rising to the putative “9 billion by 2050” scenario quoted from WHO figures, it will

instead peak around the year 2025 at 7.3 billion, and then fall (Phillpott, 2008). It is

probably significant too that that population growth curve fits very closely both

with that for world phosphate production and another for world oil production

(Phillpott, 2008). It seems to be highly indicative that it is the decline in resources

that will underpin our demise in numbers as is true of any species: from a colony

of human beings growing on the Earth, to a colony of bacteria growing on agar

nutrient in a petri dish.



14. References

Becker, E.W. (1994) In: J. Baddiley et al. (eds.) Microalgae: Biotechnology and Microbiology. Cambridge University Press, Cambridge/New York, p. 178.

Christi, Y. (2007) Biodiesel from microalgae. Biotechnol. Adv. 25: 294–306.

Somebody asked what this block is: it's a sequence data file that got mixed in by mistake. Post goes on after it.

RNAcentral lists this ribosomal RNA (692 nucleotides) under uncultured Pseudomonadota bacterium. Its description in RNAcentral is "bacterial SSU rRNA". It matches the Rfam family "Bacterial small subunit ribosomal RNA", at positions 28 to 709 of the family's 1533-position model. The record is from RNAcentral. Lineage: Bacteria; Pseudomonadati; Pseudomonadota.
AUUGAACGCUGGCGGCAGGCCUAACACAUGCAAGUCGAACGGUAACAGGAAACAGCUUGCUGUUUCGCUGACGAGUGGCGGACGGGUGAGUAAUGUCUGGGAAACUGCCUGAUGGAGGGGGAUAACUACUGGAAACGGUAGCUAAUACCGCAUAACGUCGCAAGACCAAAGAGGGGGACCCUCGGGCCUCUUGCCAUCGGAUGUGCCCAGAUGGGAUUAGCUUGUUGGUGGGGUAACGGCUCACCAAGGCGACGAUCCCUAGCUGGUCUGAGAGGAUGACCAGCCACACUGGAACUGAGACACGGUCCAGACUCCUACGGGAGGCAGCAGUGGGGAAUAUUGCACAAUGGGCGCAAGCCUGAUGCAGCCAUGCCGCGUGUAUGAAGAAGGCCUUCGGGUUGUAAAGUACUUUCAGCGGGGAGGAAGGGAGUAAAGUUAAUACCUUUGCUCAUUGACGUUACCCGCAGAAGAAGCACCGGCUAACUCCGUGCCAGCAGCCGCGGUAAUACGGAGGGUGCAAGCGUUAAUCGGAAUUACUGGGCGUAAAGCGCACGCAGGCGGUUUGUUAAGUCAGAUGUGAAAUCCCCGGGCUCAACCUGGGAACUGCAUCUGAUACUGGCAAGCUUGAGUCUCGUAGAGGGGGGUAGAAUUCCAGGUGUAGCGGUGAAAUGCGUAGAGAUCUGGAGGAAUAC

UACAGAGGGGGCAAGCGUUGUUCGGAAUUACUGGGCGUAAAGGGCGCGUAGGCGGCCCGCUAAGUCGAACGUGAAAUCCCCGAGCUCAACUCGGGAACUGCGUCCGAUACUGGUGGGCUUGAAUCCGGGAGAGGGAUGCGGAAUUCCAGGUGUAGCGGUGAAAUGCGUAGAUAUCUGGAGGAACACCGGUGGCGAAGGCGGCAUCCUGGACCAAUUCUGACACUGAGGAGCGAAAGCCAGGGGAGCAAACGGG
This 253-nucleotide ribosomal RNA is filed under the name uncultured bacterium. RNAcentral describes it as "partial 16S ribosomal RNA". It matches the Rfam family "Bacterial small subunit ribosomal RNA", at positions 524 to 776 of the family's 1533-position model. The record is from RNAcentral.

Deffeyes, K.S. (2005) Beyond Oil. Hill & Wang, New York.

Duffield, J.A., Shapouri, H. and Wang, M. (2006) Assessment of biofuels, In: J. Dewulf and H. Van

Langenhove (eds.) Renewables-Based Technology. Wiley, Chichester.

Elgood, G. and Eastham, T. (2008) Biofuels blamed for food price crisis, http://uk.reuters.com/article/

businessNews/idUKL0340750020080704.

Fraser, J. (2008). http://thefraserdomain.typepad.com/energy/2008/03/fyi-petrosun-to.html.

Gao, K. and Mckinley, K.R. (1994) Use of macroalgae for marine biomass production and CO2 remediation – a review. J. Appl. Phycol. 6: 45–60.